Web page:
Trinity in Middle-earth, part 4

While Tolkien deliberately mutes—much as he does the fact of God’s presence—the Trinitarian character of the Creator in his mythology, in this series of posts we have also seen that, again, similar to the point concerning the divine presence, far from this representing a departure from the Christian and biblical traditions, Tolkien has both profound Scriptural and theological reasons for doing so. Tolkien’s relative silence on the question of this “possibility of complexity or of distinctions in the nature of Eru,” therefore, is no reason for thinking it unimportant for a right understanding of the theology and metaphysics of his fiction. While such complexity or distinction may not be properly knowable by unaided, natural reason, like St. Thomas Tolkien clearly ties God’s status as Creator with his identity as divine difference. Eru creates, in short, by sending to burn at the heart of the world the Flame Imperishable that both is and is not himself.[1] Eru thus may be the “One alone,” but this is not to say that he is therefore alone in his aloneness, and as the case of Melkor in his self-imposed isolation confirms, complete solitude is as much a metaphysical vice as it is an ethical one.[2] For Tolkien following Aquinas, God creates a world other than himself because he is the God who is other than himself, meaning that the difference or “otherness” that constitutes creation in its very being receives its own significance and ground in the deepest possible source, the God who is being.[3]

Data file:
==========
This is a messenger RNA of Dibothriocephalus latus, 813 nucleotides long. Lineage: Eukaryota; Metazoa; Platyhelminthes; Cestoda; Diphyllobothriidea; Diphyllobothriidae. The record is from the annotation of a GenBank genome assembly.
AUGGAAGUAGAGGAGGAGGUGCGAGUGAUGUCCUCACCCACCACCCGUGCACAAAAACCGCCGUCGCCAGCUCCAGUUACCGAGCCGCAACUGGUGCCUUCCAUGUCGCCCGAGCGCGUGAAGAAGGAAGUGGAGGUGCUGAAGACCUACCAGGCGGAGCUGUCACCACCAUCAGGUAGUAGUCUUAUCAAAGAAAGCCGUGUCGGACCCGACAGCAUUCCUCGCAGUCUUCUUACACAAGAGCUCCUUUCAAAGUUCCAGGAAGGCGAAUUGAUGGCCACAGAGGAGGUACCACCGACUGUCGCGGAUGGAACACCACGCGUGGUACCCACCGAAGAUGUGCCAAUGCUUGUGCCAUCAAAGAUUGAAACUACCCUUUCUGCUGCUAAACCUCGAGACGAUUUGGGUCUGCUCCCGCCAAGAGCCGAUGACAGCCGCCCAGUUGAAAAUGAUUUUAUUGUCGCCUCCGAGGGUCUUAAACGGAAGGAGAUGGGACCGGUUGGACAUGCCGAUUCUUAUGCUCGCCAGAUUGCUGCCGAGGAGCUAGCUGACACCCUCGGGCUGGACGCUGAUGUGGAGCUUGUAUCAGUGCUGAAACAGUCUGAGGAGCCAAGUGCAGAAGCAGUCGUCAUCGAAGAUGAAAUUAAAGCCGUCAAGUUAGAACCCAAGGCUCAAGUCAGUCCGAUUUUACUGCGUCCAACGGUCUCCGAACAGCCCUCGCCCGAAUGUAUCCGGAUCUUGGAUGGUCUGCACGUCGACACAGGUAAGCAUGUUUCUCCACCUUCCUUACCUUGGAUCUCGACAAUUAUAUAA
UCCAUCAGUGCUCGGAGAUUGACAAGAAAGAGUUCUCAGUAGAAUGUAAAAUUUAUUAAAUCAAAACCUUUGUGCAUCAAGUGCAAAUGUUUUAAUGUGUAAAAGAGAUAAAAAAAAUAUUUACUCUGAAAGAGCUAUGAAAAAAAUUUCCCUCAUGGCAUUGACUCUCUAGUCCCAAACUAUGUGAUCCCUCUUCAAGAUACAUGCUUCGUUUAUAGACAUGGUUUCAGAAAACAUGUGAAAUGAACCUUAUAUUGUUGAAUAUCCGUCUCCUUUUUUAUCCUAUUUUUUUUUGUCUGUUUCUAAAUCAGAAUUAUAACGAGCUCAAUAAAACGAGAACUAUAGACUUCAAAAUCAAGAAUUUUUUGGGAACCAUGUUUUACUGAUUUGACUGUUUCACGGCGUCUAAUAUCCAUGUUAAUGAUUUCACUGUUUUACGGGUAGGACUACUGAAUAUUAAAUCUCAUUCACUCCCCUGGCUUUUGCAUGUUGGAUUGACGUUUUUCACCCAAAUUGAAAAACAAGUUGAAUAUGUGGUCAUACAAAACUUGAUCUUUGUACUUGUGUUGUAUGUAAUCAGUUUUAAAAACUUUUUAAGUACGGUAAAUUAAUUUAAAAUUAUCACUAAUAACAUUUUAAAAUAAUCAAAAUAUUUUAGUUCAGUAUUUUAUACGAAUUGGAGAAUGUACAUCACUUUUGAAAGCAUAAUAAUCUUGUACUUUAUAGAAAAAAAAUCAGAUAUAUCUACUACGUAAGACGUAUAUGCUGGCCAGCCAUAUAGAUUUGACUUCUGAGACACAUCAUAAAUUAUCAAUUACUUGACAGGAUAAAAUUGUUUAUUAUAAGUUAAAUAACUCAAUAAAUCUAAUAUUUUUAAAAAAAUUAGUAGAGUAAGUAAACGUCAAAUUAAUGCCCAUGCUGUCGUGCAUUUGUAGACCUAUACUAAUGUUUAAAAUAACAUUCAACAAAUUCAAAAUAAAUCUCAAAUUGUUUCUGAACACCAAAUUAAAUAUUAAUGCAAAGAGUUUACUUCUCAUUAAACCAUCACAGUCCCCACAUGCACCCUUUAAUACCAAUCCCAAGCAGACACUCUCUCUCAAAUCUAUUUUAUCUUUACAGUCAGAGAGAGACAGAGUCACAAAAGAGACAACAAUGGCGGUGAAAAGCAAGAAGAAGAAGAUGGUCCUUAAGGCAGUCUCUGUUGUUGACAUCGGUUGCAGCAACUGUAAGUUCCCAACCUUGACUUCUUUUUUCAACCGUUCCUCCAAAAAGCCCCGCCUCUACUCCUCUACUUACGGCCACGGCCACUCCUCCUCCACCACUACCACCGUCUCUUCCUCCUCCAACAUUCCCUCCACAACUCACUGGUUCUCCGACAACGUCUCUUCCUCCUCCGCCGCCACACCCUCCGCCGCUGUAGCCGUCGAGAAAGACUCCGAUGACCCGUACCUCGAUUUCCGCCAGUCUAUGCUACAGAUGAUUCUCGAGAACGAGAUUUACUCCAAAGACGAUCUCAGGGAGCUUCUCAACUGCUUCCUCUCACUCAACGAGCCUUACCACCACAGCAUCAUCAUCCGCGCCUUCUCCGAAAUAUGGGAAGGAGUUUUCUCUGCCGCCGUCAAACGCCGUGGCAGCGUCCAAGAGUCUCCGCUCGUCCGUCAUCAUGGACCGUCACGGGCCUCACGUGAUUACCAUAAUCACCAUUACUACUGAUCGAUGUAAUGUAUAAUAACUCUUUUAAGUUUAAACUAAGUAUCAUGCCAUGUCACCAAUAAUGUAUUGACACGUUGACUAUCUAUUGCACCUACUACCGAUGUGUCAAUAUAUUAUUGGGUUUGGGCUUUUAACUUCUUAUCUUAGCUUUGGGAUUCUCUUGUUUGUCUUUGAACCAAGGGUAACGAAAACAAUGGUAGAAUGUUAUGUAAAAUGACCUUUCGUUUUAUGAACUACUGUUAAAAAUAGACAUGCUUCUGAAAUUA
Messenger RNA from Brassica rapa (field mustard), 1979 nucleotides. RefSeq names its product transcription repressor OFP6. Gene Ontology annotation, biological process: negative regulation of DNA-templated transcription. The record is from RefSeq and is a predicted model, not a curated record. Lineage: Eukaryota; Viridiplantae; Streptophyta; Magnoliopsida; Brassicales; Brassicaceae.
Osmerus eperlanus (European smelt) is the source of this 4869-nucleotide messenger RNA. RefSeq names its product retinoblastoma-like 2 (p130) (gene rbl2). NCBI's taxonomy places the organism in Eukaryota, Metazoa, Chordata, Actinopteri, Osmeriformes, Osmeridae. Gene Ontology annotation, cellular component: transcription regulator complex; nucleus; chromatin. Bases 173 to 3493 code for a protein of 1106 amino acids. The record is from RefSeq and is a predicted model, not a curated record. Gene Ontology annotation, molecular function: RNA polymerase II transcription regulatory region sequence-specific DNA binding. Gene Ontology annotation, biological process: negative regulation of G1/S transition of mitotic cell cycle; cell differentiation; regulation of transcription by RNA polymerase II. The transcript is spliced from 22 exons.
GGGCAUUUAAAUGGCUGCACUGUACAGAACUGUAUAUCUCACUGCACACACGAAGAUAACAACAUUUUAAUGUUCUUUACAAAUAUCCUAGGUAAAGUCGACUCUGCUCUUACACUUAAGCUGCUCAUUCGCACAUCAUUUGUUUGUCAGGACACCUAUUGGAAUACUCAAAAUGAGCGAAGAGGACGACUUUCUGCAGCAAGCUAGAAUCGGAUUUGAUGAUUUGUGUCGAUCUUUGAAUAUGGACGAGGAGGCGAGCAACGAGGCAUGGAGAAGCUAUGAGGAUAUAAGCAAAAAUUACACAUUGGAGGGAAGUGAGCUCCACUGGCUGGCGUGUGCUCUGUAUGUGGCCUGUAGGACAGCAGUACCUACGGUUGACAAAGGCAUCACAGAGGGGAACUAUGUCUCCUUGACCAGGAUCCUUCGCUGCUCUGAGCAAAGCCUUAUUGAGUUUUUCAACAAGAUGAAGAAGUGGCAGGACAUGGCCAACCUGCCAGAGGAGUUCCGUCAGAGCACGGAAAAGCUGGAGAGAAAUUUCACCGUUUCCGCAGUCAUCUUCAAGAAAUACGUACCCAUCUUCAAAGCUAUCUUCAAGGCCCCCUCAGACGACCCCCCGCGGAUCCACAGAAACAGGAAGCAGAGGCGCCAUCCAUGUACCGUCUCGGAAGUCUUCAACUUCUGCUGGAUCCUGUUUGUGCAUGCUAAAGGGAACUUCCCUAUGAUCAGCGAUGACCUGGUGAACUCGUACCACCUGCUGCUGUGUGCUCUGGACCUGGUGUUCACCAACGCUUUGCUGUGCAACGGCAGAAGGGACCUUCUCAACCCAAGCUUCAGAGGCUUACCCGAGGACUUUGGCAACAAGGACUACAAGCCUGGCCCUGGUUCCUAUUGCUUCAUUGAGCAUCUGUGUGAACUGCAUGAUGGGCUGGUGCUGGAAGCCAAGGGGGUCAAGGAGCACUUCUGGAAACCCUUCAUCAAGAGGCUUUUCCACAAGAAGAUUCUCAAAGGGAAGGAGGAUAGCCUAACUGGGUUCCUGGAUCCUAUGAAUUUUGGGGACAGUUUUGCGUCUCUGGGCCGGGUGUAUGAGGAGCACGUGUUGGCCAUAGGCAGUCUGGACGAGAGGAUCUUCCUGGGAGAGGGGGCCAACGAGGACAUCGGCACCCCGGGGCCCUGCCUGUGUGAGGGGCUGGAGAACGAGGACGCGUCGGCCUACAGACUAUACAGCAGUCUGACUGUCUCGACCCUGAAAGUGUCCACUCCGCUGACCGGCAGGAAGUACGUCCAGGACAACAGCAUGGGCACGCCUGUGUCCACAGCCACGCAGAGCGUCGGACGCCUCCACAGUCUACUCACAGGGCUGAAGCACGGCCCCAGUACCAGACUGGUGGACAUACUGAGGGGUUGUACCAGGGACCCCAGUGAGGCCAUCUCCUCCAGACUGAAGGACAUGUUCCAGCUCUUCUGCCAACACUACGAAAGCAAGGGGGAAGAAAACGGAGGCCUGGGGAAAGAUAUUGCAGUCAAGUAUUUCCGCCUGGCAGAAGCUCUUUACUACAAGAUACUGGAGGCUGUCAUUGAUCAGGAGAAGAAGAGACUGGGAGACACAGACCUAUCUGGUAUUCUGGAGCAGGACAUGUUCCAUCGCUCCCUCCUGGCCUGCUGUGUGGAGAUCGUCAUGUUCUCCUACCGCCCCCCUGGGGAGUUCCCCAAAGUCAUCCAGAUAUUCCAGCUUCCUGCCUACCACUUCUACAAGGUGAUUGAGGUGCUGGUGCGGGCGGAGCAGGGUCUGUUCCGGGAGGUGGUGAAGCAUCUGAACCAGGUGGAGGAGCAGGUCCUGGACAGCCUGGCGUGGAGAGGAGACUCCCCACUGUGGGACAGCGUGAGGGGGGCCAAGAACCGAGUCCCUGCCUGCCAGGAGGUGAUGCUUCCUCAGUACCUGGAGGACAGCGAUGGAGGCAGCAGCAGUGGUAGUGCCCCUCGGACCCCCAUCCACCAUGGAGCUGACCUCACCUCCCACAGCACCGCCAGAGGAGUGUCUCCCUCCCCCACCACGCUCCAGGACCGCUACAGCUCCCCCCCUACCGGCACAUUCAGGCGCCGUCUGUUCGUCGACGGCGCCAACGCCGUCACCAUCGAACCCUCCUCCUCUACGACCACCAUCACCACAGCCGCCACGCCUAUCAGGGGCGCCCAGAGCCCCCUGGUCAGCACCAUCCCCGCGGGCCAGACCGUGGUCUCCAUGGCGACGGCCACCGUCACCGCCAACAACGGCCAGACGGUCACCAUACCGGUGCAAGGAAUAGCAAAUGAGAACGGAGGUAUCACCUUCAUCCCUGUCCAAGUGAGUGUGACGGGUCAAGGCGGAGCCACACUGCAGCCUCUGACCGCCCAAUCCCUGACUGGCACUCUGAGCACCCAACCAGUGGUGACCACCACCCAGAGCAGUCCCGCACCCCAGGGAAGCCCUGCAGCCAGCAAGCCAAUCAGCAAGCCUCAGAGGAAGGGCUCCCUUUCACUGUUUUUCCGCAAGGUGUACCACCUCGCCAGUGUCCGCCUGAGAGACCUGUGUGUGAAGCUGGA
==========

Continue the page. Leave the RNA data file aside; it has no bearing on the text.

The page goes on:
[1] As Devaux puts it, in the Ainulindalë the Holy Spirit is “distinct from God but also in Him.” Devaux, “The Origins of the Ainulindalë,” 106.

[2] Peter Candler writes: “It is not enough simply to say that the world is created ex nihilo by an eternal ‘simplicity,’ but by a Holy Trinity who in its primordial fecundity is not threatened by any kind of ‘original’ violence, strife, or chaos. For this reason Tolkien’s ‘creation myth’ in The Silmarillion depicts a prior, though learned, harmony among the Ainur.” Candler, “Tolkien or Nietzsche, Philology and Nihilism,” 23.

[3] Again, as Candler observes, for Tolkien the “appearances” and “surfaces” of created beings “can therefore be like one another but truly different from one another because they are created by the One God, who in His eternal tri-unity, creates the world from nothing.” Ibid., 37.

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One thought on “Trinity in Middle-earth, part 4

  1. There may also be a clue in the name “Eru” itself. In old Norse, and still in Faroese, “eru” (meaning ‘are’) is the plural form of “er” (‘is’). Considering Tolkien’s profound understanding of these languages, this is hardly a coincidence.

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